Some BGLTQ senior citizens in Cambridge and Boston are lonely.
Ray Santos, an administrator for Ethos, a local not-for-profit organization intended to help senior citizens, says many BGLTQ older adults in the area lack a support system, without spouses, children, or relatives nearby. “LGBT elders are among the most vulnerable of older adults in society,” he says.
Over the past decade, Massachusetts elder care services have sought to address this loneliness through programming designed specifically for BGLTQ older adults. In particular, three organizations—Ethos, Fenway Health, and Somerville-Cambridge Elder Services—have stepped up to the task.
Lisa Krinsky, the director of Fenway Health’s LGBT Aging Project, says BGLTQ older adults were previously without resources tailored to their specific needs. “Massachusetts does a great job of taking care of older adults, but LGBT folks were nowhere on the radar. We kept thinking: How can we begin to build some bridges to engage them?” Krinsky says.
In 2004, Café Emmanuel was founded to serve as a community café for gay older men. On Feb. 8th, 2017, Café Pride opened its doors, aiming to serve BGLTQ elders of color. The cafes are typically run by a member of the BGLTQ community, and usually have a meal followed by a speaker or performance.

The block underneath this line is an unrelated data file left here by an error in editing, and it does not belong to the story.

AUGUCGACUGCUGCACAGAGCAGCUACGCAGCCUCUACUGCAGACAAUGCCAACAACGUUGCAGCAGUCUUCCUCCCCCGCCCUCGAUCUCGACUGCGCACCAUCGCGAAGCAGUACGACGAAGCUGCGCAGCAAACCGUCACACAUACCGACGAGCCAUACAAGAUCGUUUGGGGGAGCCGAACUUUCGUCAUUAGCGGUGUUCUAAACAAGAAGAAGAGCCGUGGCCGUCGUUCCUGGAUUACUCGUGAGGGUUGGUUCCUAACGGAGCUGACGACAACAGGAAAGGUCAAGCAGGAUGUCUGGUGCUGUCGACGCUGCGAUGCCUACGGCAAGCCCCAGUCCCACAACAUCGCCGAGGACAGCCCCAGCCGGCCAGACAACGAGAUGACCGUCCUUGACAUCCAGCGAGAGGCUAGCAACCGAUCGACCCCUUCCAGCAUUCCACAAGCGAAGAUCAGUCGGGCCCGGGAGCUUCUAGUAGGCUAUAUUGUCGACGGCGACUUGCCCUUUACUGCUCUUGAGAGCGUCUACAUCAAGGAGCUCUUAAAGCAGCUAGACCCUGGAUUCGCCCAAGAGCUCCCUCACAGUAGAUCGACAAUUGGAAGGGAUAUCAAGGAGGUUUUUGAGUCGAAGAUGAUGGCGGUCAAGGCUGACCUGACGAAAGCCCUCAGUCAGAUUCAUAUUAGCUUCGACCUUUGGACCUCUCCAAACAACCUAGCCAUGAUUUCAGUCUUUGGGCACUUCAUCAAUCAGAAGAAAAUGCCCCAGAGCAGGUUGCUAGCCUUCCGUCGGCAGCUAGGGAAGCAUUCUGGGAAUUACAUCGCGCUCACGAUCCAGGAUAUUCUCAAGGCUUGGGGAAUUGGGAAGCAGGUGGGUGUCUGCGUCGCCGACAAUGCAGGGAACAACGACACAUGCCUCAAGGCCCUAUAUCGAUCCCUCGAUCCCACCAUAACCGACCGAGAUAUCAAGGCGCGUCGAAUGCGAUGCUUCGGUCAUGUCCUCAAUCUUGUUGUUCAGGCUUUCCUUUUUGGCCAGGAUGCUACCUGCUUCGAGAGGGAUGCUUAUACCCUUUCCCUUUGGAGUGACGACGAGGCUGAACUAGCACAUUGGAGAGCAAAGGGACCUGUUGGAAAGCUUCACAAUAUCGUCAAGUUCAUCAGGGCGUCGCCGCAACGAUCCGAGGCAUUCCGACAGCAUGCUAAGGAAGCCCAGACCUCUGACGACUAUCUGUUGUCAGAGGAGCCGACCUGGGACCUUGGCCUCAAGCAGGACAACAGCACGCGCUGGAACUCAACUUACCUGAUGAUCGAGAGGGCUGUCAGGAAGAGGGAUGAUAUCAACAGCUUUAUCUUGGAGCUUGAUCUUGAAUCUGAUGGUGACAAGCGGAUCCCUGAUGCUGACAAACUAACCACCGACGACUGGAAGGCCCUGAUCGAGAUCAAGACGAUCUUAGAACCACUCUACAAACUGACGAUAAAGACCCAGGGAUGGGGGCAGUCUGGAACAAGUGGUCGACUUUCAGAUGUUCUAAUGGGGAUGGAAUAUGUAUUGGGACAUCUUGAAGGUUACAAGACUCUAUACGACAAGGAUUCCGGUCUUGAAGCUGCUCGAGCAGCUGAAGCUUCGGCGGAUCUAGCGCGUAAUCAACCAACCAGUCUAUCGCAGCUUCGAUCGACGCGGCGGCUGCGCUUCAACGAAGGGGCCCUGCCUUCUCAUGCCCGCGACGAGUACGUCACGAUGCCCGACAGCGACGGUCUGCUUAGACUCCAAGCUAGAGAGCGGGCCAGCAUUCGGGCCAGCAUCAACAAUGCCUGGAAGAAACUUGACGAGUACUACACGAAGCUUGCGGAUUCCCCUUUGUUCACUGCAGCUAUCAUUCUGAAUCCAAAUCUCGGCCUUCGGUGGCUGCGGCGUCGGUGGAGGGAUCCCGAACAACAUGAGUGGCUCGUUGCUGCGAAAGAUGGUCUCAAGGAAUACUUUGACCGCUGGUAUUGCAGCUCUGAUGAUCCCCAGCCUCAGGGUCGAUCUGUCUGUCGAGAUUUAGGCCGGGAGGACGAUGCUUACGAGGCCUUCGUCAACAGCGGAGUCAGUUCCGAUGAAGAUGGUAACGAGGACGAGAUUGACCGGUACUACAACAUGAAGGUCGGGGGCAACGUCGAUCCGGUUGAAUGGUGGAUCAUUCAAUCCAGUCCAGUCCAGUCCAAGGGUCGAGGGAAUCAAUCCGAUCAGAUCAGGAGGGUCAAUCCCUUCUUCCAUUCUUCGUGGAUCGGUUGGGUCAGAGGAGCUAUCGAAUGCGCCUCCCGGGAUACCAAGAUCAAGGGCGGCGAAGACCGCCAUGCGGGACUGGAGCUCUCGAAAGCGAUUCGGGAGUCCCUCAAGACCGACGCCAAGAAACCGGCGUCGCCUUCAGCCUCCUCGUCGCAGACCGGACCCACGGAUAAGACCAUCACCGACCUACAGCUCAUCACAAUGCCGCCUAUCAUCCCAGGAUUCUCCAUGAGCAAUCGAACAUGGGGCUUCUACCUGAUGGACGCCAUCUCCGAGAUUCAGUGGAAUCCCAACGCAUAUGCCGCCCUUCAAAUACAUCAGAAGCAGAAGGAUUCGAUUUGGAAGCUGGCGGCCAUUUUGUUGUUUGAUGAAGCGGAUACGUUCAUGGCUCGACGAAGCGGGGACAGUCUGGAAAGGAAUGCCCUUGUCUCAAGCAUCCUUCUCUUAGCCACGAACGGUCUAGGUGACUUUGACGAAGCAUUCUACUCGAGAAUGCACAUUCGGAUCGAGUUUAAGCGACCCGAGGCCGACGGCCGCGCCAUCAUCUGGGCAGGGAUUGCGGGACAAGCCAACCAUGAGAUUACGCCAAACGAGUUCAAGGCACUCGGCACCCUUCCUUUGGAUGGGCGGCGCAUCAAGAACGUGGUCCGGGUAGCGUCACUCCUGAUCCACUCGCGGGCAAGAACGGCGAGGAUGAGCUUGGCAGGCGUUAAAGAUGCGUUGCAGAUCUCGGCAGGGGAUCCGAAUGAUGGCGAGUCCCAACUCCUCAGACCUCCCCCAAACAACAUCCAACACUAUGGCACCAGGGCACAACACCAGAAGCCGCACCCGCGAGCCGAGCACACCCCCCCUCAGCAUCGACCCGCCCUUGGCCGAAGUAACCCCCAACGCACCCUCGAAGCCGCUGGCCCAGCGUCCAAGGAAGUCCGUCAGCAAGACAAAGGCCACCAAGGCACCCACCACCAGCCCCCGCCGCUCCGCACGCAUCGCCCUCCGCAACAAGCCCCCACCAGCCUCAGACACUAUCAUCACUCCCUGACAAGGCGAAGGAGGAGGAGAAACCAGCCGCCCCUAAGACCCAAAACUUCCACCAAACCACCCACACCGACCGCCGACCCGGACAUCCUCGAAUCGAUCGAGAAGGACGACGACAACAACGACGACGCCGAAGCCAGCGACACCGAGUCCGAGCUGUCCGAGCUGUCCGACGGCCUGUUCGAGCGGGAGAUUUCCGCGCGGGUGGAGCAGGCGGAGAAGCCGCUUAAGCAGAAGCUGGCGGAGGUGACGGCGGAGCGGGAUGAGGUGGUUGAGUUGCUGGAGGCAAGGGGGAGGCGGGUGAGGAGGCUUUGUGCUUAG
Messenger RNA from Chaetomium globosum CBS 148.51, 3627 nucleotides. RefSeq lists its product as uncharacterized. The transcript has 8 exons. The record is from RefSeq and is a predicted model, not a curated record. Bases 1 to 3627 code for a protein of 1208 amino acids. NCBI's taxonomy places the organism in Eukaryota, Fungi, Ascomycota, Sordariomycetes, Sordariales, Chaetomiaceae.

For some, these cafes provide an opportunity to socialize with old friends. For others, they are important resources for making new friends and finding new peers to whom they can relate.
“It’s a really important space for [LGBT senior citizens] to have. It’s kind of a community of their own that they develop friendships and relationships with,” says Melissa Bryant, an Elder Care Advisor and LGBT Liaison at Somerville-Cambridge Elder Services.
In addition to the meals and community cafes, many elder service providers are focusing on implementing more intergenerational events.
Last year, Somerville-Cambridge Eldercare Services hosted an event in conjunction with Harvard College Bisexual, Gay, Lesbian, Transgender, Queer, and Allied Students in the Sciences (HBASIS). Together, attendees explored the Harvard Museum of Natural History.
“The older adults really want to connect with younger people to hear what it's like now to be LGBT, to come out now that things like marriage are legalized,” Bryant explains. “It was a powerful event to see those connections.”
Krinsky, too, emphasizes the importance of intergenerational programming. “One of the things that we have always thought was important is that we have the faces and voices of older people at Pride in June,” she says. Several Cambridge groups have been working to coordinate trolleys for BGLTQ people to ride during the parade. “It’s really important that younger people see the people on whose shoulders they stand.”